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Bebop Spoken There

Dee Dee Bridgewater: “ Our world is becoming a very ugly place with guns running rampant in this country... and New Orleans is called the murder capital of the world right now ". Jazzwise, May 2024.

The Things They Say!

Hudson Music: Lance's "Bebop Spoken Here" is one of the heaviest and most influential jazz blogs in the UK.

Rupert Burley (Dynamic Agency): "BSH just goes from strength to strength".

'606' Club: "A toast to Lance Liddle of the terrific jazz blog 'Bebop Spoken Here'"

The Strictly Smokin' Big Band included Be Bop Spoken Here (sic) in their 5 Favourite Jazz Blogs.

Ann Braithwaite (Braithwaite & Katz Communications) You’re the BEST!

Holly Cooper, Mouthpiece Music: "Lance writes pull quotes like no one else!"

Simon Spillett: A lovely review from the dean of jazz bloggers, Lance Liddle...

Josh Weir: I love the writing on bebop spoken here... I think the work you are doing is amazing.

Postage

16382 (and counting) posts since we started blogging 16 years ago. 262 of them this year alone and, so far, 59 this month (April 20).

From This Moment On ...

April

Mon 22: Harmony Brass @ Cullercoats Crescent Club. 1:00pm. Free.

Tue 23: Vieux Carre Hot 4 @ Victoria & Albert Inn, Seaton Delaval. 12:30-3:30pm. £12.00. ‘St George’s Day Afternoon Tea’. Gig with ‘Lashings of Victoria Sponge Cake, along with sandwiches & scones’.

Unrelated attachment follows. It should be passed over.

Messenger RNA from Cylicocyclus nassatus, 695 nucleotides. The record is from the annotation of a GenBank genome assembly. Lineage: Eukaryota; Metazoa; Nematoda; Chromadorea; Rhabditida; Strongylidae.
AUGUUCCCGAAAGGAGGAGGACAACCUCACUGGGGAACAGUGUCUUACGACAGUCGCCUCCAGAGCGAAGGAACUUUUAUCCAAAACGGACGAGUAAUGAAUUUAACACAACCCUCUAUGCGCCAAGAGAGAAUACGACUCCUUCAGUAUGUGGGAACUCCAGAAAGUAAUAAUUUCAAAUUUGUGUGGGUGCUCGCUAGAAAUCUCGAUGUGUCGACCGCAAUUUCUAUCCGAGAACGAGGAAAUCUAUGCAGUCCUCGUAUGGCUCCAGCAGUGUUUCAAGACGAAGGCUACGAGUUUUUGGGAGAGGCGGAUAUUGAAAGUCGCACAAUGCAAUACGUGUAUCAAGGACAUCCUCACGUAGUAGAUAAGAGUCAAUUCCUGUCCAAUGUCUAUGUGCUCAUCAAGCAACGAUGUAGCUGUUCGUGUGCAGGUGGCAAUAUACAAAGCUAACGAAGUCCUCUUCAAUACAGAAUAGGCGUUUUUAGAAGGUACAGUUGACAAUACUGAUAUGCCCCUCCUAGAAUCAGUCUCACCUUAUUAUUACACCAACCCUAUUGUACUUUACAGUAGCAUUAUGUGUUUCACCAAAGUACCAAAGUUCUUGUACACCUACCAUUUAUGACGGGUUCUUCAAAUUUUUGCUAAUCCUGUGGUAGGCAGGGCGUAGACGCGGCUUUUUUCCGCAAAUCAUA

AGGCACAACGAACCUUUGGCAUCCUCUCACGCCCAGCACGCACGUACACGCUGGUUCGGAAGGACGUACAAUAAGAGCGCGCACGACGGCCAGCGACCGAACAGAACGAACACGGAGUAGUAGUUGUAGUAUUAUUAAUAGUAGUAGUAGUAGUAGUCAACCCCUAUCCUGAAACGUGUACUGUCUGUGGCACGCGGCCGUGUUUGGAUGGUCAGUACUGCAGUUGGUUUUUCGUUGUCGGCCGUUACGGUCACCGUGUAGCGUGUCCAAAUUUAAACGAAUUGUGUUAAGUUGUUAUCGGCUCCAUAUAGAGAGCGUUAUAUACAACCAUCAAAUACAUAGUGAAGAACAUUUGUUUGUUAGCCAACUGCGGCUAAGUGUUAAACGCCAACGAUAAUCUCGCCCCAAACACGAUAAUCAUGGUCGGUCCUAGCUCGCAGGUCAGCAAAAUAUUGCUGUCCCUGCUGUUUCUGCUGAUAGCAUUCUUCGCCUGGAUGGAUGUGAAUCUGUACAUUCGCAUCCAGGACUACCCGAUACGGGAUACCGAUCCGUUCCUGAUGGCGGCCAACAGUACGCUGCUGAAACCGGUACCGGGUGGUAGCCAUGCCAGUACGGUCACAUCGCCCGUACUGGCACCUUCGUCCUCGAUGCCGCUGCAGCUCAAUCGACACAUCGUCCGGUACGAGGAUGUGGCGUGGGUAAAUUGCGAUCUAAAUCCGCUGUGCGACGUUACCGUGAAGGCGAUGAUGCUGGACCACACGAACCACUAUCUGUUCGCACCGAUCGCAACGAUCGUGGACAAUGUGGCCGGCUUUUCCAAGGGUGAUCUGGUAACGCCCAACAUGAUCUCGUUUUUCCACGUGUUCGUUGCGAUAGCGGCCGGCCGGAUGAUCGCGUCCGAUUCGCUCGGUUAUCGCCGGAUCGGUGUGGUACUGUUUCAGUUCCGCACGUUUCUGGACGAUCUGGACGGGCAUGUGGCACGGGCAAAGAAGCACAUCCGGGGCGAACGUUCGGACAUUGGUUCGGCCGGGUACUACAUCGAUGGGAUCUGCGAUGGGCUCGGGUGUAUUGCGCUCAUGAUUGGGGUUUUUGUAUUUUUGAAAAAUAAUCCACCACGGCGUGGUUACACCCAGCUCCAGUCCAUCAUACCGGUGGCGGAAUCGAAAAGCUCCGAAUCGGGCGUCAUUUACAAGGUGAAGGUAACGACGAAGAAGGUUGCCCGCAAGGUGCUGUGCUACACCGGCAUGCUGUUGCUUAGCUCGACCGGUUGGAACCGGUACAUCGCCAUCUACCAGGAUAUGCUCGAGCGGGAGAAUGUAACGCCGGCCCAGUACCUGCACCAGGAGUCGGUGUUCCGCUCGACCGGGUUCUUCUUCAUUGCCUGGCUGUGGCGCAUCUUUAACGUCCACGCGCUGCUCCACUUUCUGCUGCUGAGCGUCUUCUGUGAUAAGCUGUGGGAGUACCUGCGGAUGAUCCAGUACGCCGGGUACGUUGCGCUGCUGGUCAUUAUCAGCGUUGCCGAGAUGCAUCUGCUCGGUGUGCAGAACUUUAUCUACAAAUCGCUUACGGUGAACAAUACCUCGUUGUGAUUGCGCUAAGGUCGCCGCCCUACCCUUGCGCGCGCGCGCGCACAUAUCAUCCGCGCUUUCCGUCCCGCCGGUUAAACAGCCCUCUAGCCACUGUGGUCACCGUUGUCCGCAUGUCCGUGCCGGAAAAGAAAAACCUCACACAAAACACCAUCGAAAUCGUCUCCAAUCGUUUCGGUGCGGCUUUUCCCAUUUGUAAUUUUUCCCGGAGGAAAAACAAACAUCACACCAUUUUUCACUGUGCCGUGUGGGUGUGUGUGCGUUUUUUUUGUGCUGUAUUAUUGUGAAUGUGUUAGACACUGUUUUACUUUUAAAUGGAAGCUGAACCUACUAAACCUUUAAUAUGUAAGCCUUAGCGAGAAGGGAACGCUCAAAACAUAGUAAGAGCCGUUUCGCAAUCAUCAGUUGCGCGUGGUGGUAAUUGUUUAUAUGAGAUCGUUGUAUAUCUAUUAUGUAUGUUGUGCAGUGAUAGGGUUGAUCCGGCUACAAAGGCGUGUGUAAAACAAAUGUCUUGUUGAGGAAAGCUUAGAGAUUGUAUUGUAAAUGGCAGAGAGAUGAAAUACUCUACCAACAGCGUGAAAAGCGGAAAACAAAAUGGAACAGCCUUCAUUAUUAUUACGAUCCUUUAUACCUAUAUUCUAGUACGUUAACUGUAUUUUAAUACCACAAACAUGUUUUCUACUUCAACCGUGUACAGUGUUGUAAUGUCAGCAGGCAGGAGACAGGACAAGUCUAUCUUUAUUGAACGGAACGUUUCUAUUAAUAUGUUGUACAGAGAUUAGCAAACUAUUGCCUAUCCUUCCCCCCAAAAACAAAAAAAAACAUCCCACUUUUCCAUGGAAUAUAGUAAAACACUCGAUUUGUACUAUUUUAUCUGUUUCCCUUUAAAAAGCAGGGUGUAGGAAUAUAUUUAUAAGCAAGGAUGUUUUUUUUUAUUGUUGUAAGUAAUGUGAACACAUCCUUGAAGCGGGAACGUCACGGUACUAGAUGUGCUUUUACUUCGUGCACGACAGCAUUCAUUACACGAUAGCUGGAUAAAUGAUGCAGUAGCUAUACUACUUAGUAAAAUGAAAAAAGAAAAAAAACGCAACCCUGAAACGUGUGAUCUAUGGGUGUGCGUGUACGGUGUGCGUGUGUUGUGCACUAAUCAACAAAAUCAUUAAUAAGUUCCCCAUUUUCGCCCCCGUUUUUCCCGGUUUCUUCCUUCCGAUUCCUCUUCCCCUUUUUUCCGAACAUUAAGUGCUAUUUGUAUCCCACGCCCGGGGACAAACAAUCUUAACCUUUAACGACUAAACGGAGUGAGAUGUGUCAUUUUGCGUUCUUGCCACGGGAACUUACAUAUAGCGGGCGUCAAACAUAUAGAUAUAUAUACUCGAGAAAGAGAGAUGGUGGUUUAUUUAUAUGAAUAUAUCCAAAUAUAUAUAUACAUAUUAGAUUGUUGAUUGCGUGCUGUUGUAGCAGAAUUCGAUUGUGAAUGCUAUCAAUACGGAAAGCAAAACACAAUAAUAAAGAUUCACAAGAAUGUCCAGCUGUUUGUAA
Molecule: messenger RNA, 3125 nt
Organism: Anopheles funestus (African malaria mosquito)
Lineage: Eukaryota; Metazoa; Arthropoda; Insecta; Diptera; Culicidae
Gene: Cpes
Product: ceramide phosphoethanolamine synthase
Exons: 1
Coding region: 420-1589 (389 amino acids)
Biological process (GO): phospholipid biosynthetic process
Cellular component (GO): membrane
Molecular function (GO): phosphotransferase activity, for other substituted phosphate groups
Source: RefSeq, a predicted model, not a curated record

Tue 23: Jalen Ngonda @ Newcastle University Students’ Union. POSTPONED!

Wed 24: Vieux Carré Jazzmen @ Cullercoats Crescent Club. 1:00pm. Free.
Wed 24: Darlington Big Band @ Darlington & Simpson Rolling Mills Social Club, Darlington. 7:00pm. Free. Rehearsal session (open to the public).
Wed 24: Sinatra: Raw @ Darlington Hippodrome. 7:30pm. Richard Shelton.
Wed 24: Take it to the Bridge @ The Globe, Newcastle. 7:30pm. Free.
Wed 24: Death Trap @ Theatre Royal, Newcastle. 7:30pm. Rambert Dance Co. Two pieces inc. Goat (inspired by the music of Nina Simone) with on-stage musicians.

Thu 25: Vieux Carré Jazzmen @ The Holystone, Whitley Road, North Tyneside. 1:00pm. Free.
Thu 25: Jim Jams @ King’s Hall, Newcastle University. 1:15pm. Jim Jams’ funk collective.
Thu 25: Gateshead Jazz Appreciation Society @ Gateshead Central Library, Gateshead. 2:30pm.
Thu 25: Death Trap @ Theatre Royal, Newcastle. 7:30pm. Rambert Dance Co. Two pieces inc. Goat (inspired by the music of Nina Simone) with on-stage musicians.
Thu 25: Jeremy McMurray & the Pocket Jazz Orchestra @ Arc, Stockton. 8:00pm.
Thu 25: Kate O’Neill, Alan Law & Paul Grainger @ Prohibition Bar, Newcastle. 8:00pm. Free. A ‘Jar on the Bar’ gig.
Thu 25: Tees Hot Club @ Dorman’s Club, Middlesbrough. 8:30pm. Guests: Richie Emmerson (tenor sax); Neil Brodie (trumpet); Adrian Beadnell (bass); Garry Hadfield (keys).

Fri 26: Graham Hardy Quartet @ The Gala, Durham. 1:00pm. £8.00.
Fri 26: Classic Swing @ Cullercoats Crescent Club. 1:00pm. Free.
Fri 26: Rendezvous Jazz @ The Monkseaton Arms. 1:00pm. Free.
Fri 26: New Orleans Preservation Jazz Band @ The Oxbridge Hotel, Stockton. 1:00pm. £5.00.
Fri 26: Paul Skerritt with the Danny Miller Big Band @ Glasshouse, Gateshead. 8:00pm.
Fri 26: Abbie Finn’s Finntet @ Traveller’s Rest, Darlington. 8:00pm. Opus 4 Jazz Club.

Sat 27: Abbie Finn Trio @ The Vault, Darlington. 6:00pm. Free.
Sat 27: Papa G’s Troves @ Prohibition Bar, Newcastle. 8:00pm. Free. A ‘Jar on the Bar’ gig.

Sun 28: Musicians Unlimited @ Jackson’s Wharf, Hartlepool. 1:00pm. Free.